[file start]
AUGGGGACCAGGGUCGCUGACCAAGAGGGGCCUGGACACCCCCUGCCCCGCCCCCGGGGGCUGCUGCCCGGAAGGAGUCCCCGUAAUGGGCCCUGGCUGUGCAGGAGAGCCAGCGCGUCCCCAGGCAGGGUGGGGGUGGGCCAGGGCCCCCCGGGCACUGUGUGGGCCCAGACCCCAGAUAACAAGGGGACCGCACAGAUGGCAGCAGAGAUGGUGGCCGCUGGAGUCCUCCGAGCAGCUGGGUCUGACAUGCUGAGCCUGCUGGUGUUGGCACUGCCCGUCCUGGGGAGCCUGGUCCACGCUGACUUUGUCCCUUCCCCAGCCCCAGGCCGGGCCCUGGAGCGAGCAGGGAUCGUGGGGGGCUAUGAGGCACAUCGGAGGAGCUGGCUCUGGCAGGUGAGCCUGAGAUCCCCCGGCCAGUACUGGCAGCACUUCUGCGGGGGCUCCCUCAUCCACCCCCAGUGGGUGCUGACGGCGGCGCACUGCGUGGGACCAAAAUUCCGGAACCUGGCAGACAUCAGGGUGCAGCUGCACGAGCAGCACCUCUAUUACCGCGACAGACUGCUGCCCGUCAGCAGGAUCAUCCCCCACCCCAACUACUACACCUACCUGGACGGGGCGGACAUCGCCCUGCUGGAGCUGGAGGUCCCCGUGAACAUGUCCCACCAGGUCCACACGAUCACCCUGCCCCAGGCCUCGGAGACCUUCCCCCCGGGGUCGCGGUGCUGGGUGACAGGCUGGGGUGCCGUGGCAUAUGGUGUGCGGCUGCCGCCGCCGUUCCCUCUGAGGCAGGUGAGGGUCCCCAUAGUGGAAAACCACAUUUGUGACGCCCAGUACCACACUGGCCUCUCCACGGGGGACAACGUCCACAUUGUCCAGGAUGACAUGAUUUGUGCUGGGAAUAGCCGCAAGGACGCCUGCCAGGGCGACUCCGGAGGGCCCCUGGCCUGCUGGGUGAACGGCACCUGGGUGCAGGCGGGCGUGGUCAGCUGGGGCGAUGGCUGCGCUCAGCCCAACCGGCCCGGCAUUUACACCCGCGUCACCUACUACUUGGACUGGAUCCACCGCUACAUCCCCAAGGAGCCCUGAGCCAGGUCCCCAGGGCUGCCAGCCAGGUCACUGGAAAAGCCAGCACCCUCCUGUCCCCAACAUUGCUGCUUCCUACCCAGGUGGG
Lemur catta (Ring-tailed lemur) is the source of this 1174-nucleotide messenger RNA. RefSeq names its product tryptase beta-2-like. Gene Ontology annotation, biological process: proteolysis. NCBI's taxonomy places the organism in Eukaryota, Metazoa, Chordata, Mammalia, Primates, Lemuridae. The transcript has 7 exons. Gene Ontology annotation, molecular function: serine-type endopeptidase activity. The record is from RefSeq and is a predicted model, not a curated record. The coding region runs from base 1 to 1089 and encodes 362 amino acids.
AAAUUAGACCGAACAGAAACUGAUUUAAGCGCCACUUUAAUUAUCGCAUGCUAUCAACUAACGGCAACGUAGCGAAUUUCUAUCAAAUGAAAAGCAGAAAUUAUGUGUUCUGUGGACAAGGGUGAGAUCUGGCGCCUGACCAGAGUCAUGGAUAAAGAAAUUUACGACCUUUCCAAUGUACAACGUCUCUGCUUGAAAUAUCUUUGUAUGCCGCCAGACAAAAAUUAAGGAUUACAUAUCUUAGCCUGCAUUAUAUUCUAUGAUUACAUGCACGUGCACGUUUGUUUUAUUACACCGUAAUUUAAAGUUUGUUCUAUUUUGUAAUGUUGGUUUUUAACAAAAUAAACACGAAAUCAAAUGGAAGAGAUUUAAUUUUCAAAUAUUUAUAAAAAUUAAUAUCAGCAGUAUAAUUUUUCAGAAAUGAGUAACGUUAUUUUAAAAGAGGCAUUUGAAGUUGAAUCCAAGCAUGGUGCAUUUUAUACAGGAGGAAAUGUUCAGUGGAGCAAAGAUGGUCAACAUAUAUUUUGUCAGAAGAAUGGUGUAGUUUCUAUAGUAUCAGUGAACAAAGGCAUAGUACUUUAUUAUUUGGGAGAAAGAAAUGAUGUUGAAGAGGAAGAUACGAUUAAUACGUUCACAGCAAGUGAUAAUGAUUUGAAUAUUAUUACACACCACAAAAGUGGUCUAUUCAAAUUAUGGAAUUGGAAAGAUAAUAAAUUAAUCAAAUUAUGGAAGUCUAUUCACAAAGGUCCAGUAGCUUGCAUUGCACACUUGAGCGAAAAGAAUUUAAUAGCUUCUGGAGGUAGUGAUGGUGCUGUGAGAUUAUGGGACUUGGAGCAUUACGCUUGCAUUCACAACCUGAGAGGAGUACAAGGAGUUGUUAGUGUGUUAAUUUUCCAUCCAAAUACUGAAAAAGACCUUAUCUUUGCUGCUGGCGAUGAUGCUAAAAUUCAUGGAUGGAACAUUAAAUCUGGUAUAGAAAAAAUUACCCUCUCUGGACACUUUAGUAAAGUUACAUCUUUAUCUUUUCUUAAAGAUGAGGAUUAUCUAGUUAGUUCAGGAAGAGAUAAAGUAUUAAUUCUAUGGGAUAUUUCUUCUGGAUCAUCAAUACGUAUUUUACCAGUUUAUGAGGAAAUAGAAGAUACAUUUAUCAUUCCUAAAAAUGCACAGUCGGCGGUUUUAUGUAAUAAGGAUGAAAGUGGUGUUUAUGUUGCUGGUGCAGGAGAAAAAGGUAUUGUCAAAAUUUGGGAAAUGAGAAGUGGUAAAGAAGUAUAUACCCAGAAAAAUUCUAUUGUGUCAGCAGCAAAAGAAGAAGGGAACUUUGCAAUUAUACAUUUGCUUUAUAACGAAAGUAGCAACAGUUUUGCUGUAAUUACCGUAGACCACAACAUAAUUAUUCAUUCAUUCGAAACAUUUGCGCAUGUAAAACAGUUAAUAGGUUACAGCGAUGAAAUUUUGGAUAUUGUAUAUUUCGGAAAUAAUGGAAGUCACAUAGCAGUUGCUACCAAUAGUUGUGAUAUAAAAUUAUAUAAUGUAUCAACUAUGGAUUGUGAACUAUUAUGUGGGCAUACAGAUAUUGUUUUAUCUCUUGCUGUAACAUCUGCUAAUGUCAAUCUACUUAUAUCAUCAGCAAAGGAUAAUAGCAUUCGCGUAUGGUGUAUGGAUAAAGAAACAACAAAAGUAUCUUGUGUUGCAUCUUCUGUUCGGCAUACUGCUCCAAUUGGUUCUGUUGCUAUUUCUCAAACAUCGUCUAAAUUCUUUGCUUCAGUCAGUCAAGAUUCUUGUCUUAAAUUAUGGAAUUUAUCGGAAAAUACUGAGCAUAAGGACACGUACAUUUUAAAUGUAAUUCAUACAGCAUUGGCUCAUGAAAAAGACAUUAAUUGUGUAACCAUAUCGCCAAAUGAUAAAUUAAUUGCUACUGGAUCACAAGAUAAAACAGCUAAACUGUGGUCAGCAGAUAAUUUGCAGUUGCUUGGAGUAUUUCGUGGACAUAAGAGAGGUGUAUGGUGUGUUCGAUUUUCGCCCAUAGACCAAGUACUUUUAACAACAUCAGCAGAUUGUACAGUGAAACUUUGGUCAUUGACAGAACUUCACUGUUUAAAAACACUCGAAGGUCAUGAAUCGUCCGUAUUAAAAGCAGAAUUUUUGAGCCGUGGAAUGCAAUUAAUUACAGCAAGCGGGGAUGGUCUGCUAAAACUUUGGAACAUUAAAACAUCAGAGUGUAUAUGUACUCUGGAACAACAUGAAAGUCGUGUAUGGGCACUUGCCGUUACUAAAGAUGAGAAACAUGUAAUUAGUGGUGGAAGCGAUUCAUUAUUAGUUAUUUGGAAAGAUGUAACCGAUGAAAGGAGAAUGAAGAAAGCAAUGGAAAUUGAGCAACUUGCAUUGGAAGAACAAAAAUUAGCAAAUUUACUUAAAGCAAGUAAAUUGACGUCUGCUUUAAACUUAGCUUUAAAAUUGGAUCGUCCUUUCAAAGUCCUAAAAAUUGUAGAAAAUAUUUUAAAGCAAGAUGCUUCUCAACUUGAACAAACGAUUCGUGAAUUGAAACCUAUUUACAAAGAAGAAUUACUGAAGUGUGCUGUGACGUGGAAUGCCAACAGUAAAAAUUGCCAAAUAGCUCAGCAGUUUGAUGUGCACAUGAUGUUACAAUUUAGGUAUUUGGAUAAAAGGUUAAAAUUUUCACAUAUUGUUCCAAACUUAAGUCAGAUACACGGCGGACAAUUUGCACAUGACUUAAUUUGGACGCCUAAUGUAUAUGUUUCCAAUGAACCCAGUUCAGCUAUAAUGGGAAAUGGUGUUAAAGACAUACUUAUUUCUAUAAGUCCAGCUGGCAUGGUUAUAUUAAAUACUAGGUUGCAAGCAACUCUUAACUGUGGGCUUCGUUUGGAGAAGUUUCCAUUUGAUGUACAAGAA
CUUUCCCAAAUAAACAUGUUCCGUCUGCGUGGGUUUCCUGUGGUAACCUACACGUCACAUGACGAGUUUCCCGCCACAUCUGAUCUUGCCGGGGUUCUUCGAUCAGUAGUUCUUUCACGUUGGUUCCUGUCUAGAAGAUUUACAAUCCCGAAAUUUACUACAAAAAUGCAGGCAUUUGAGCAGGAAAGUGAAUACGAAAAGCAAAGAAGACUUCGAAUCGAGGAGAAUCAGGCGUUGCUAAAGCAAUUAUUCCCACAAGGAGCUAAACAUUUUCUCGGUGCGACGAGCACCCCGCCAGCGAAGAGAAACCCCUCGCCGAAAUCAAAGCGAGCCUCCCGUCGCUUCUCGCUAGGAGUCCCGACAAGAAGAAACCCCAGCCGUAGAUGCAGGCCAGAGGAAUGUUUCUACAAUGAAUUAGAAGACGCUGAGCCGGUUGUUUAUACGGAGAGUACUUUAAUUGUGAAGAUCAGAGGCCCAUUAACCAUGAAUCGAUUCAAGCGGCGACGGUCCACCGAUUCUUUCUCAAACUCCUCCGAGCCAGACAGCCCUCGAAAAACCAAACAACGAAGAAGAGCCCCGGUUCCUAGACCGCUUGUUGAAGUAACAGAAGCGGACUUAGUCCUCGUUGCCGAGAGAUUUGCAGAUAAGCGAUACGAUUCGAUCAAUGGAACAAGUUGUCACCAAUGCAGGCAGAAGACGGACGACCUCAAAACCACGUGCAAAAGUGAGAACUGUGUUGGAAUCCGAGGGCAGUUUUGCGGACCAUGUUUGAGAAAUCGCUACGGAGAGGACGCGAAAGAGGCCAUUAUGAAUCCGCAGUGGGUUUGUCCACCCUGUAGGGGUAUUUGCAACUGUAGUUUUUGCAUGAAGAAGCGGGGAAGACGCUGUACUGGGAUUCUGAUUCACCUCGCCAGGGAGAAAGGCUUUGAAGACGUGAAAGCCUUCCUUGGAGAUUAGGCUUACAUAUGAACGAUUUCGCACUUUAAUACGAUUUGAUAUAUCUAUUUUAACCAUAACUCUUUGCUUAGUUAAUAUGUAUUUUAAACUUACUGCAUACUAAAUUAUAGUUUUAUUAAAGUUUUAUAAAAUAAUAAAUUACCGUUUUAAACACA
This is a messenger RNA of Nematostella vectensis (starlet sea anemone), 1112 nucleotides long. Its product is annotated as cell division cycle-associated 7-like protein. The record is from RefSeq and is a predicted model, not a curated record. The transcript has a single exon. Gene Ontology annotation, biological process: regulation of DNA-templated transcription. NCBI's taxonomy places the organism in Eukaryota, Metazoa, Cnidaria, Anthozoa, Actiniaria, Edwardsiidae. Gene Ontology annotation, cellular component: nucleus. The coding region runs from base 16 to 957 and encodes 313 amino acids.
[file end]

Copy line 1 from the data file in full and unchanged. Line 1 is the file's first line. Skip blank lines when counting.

AUGGGGACCAGGGUCGCUGACCAAGAGGGGCCUGGACACCCCCUGCCCCGCCCCCGGGGGCUGCUGCCCGGAAGGAGUCCCCGUAAUGGGCCCUGGCUGUGCAGGAGAGCCAGCGCGUCCCCAGGCAGGGUGGGGGUGGGCCAGGGCCCCCCGGGCACUGUGUGGGCCCAGACCCCAGAUAACAAGGGGACCGCACAGAUGGCAGCAGAGAUGGUGGCCGCUGGAGUCCUCCGAGCAGCUGGGUCUGACAUGCUGAGCCUGCUGGUGUUGGCACUGCCCGUCCUGGGGAGCCUGGUCCACGCUGACUUUGUCCCUUCCCCAGCCCCAGGCCGGGCCCUGGAGCGAGCAGGGAUCGUGGGGGGCUAUGAGGCACAUCGGAGGAGCUGGCUCUGGCAGGUGAGCCUGAGAUCCCCCGGCCAGUACUGGCAGCACUUCUGCGGGGGCUCCCUCAUCCACCCCCAGUGGGUGCUGACGGCGGCGCACUGCGUGGGACCAAAAUUCCGGAACCUGGCAGACAUCAGGGUGCAGCUGCACGAGCAGCACCUCUAUUACCGCGACAGACUGCUGCCCGUCAGCAGGAUCAUCCCCCACCCCAACUACUACACCUACCUGGACGGGGCGGACAUCGCCCUGCUGGAGCUGGAGGUCCCCGUGAACAUGUCCCACCAGGUCCACACGAUCACCCUGCCCCAGGCCUCGGAGACCUUCCCCCCGGGGUCGCGGUGCUGGGUGACAGGCUGGGGUGCCGUGGCAUAUGGUGUGCGGCUGCCGCCGCCGUUCCCUCUGAGGCAGGUGAGGGUCCCCAUAGUGGAAAACCACAUUUGUGACGCCCAGUACCACACUGGCCUCUCCACGGGGGACAACGUCCACAUUGUCCAGGAUGACAUGAUUUGUGCUGGGAAUAGCCGCAAGGACGCCUGCCAGGGCGACUCCGGAGGGCCCCUGGCCUGCUGGGUGAACGGCACCUGGGUGCAGGCGGGCGUGGUCAGCUGGGGCGAUGGCUGCGCUCAGCCCAACCGGCCCGGCAUUUACACCCGCGUCACCUACUACUUGGACUGGAUCCACCGCUACAUCCCCAAGGAGCCCUGAGCCAGGUCCCCAGGGCUGCCAGCCAGGUCACUGGAAAAGCCAGCACCCUCCUGUCCCCAACAUUGCUGCUUCCUACCCAGGUGGG